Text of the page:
This goal of this entry is to give a crash course in resumes. For anyone who is somewhat unfamiliar with resume writing, this will hopefully give you some basic structure to use in connection with other, more specific templates. For anyone who has spent a significant amount of time perfecting their resume, with any luck, you will be able to use these insights for a little advanced resume critiquing. Keep in mind that this is from an engineering perspective. Resumes for other fields may be significantly different. Let us begin...
PART ONE: Who are you again?! And what do you want?!
It may seen a little odd, but one extremely important part of your resume is what is at the top...your name and contact information. Any major issues in this data may cause mild confusion for recruiters and could possibly result in you never hearing back from a company because you missed one digit in your phone number (doh!). So here's what the first few lines of your resume should include:
Full Name <-- Make it large enough that a recruiter can glance down while talking to you and catch what your name.
Address <--It is okay to put your permanent and university addresses, but make sure they are accurate for the time frame you are looking at. If you're moving in a month, maybe put down a more permanent address.
Phone Number <-- Keep your voicemail message professional! Avoid ridiculous comments or profanity. If a recruiter hears "F this, F that, leave an F-ing message..." they will never call you again. Ever. You're a big kid now so your voicemail should reflect that.
E-mail <-- Again, make sure it's appropriate. IKickPuppies@aol.com is probably not a good address to put on your resume. Something like JoeSpartan@msu.edu is much better.
Objective <-- State what you want and when you want it. For example, my objective statement would be something like "Seeking a full-time position or leadership program position in the Spring of 2010 with a focus in operations management and manufacturing."
PART TWO: Hey Look, I'm a Spartan...Hire Me...
As a college student, one of your biggest assets is your potential. Since most student only have a hand full of work experience in their field, the majority of their potential is reflected in their performance at school. Good grades and recognition for academic excellence are signs to recruiters that you can work hard at school and for them. Here's what to include in this section:
Full Name of University and its Location
Major (i.e. Bachelor of Science in Mechanical Engineering)
Projected Graduation Date
Purely Academic Honors (i.e. Honors College, Full-Ride or Partial-Ride Scholarships, etc.)
*For any Michigan students, putting your Michigan Merit Award in here is not advised unless you are looking to fill space. It is an award, but a whole lot of Michigan residents received it as well so it's not too terribly unique.*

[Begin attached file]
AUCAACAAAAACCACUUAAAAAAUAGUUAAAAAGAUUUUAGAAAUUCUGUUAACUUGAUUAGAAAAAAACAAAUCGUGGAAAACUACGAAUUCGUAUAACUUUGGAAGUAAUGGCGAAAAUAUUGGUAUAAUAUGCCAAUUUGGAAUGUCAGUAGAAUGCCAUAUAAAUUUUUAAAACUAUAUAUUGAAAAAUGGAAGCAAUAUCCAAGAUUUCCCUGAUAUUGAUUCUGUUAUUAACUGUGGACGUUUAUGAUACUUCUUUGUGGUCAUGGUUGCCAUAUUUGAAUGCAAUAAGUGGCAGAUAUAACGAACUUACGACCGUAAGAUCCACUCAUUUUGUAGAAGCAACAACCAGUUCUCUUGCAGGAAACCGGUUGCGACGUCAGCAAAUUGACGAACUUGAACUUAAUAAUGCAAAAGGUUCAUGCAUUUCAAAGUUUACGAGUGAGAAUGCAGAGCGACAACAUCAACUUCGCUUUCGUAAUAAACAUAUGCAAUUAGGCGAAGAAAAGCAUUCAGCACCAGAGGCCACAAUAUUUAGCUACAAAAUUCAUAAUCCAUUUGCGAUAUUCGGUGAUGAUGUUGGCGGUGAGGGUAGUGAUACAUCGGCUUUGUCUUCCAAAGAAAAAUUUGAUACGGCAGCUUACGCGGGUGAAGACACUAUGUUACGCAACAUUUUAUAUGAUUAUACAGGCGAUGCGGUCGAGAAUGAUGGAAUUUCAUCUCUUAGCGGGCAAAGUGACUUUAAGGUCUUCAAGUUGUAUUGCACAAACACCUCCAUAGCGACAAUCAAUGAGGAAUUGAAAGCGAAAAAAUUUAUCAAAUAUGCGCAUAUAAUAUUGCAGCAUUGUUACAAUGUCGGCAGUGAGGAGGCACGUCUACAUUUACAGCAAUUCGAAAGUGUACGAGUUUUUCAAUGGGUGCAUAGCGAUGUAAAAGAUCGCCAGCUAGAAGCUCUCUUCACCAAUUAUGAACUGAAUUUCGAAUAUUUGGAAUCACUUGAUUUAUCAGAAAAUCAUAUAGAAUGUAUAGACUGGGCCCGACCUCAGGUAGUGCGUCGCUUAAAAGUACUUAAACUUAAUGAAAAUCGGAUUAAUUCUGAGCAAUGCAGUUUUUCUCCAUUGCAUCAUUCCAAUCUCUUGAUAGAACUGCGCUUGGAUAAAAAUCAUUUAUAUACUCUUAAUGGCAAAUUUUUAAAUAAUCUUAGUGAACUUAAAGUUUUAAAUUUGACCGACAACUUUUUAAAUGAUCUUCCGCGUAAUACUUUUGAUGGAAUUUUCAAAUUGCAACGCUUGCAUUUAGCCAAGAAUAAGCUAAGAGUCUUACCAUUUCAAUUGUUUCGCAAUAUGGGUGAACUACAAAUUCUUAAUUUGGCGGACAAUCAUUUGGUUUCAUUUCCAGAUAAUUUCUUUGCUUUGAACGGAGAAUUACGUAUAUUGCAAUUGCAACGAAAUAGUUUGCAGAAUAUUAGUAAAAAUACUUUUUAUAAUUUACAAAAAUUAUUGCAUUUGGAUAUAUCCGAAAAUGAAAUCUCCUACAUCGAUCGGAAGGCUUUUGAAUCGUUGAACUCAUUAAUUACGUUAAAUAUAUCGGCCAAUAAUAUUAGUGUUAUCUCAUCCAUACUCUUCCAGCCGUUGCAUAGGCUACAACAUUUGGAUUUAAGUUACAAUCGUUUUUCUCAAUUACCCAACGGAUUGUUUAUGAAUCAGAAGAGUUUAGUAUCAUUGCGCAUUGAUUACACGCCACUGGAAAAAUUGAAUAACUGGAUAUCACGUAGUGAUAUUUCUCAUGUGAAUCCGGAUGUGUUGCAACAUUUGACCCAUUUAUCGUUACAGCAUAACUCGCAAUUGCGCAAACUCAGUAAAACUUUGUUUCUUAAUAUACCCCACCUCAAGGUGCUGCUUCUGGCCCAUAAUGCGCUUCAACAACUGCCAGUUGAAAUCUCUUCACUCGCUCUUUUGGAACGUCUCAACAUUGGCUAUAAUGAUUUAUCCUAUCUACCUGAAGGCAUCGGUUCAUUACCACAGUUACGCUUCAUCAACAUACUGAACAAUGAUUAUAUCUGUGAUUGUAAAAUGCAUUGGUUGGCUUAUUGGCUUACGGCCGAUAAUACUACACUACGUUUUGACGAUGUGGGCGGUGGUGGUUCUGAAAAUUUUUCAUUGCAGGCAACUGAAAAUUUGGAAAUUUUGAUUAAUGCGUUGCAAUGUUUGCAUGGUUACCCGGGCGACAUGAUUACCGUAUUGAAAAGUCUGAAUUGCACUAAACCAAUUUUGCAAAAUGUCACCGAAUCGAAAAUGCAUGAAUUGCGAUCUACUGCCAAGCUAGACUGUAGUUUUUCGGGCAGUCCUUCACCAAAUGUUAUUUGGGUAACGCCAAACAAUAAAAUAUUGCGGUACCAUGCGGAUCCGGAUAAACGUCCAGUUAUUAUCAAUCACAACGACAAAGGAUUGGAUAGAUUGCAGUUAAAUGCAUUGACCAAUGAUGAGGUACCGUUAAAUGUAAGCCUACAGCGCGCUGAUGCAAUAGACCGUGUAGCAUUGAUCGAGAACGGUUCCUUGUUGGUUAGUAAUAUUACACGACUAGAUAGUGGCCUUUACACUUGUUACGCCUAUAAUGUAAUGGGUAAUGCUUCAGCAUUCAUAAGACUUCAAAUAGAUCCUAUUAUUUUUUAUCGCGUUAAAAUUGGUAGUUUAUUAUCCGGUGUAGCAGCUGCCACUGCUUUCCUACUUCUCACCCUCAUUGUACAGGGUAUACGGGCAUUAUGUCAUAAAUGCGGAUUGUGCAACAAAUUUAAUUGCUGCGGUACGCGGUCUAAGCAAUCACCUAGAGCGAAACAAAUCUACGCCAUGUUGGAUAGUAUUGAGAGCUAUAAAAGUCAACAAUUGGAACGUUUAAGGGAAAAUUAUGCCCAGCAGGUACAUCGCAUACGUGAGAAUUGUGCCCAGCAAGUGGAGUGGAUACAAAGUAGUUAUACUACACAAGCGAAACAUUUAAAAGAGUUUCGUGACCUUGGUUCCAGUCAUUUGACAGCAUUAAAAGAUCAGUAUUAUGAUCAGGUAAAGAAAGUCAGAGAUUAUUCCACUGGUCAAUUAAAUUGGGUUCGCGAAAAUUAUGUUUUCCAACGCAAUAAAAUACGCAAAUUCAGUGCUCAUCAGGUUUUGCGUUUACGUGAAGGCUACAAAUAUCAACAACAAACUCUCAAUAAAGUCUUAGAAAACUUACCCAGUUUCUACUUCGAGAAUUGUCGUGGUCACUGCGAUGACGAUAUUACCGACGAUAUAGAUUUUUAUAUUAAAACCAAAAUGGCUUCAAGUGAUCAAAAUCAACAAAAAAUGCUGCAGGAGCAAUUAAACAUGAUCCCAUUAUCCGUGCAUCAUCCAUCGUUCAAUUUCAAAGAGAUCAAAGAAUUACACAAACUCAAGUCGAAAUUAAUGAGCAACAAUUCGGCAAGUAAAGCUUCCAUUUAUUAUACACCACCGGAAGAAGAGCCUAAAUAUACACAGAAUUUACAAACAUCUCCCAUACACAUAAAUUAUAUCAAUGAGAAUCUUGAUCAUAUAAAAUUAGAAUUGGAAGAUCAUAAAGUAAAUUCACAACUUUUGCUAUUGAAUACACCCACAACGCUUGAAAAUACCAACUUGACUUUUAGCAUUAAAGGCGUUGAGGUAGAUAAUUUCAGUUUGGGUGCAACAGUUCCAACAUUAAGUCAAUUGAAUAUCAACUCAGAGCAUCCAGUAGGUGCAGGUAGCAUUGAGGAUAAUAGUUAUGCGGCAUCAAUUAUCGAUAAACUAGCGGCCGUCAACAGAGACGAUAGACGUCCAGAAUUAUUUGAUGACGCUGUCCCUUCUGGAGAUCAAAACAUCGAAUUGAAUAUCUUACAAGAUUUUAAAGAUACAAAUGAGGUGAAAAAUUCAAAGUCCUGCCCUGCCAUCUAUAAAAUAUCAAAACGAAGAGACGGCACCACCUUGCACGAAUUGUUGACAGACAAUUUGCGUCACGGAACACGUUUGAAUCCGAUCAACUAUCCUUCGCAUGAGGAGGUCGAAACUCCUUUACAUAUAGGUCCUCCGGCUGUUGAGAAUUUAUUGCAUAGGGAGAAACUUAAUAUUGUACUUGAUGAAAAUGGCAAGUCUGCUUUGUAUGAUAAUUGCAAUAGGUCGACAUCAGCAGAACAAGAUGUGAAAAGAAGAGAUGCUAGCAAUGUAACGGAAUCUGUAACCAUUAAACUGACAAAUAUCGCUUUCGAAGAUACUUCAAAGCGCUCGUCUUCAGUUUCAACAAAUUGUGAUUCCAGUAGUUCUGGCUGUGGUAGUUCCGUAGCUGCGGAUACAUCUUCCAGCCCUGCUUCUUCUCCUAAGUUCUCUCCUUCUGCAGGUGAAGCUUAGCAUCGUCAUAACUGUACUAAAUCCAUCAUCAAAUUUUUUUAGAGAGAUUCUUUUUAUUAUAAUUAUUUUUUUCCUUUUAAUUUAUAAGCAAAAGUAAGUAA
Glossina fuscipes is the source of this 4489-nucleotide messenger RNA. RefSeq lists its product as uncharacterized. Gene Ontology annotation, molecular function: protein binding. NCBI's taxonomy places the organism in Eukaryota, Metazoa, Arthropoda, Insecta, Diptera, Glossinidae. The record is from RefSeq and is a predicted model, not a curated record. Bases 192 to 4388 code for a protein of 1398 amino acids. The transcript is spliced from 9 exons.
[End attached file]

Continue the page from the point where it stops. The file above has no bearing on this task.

**Having your high school GPA on your resume is acceptable until you receive your first set of semester grades in college. After that, say bye bye to high school. You're a big kid now.**
PART THREE: Work It
This is the section where you will give details about your most significant work experiences that relate to the job you are applying to. If you wish, you can include extracurricular experiences in this section or have an entire section devoted to your extracurricular activities if you would like. While everyone's experiences are different, the format for each of these experiences should include:
Company Name and Location
Time Frame of Work (i.e. May-August 2009 or for current jobs, September 2006-Present)
Name of Position
Major Projects/Duties (These are usually given as bullet points with concise details. Giving details relating to money, time, and people are generally solid ways to give a magnitude to your experience. If you say that you saved money at Company A that does not say much, but if you say you saved $100,000 at Company A then you've really made an impact.)
PART FOUR: Check Out My Skills
This part of your resume is the time where your unique skills should come out. While I'd steer away from calling out super abstract skills like being able to touch your tongue to your elbow, this section can act as a conversation starter with recruiters. In addition to listing skills like "Proficient in MS Office" or "Completed Six Sigma Black Belt Training", you can also include things like "Certified to Teach Underwater Basket Weaving" or "Fluent in Dolphin". These are unique skills that require a certain level of dedication and training to achieve.
This completes the Resume Breakdown. If all of this information is old news to you because you are a resume star, then I apologize for repeating something you already know. If some of this is new to you, please take a few minutes to apply what you learned here to your resume. If you have any specific questions about resume building, please feel free to e-mail me at SpartanJobSeeker@gmail.com.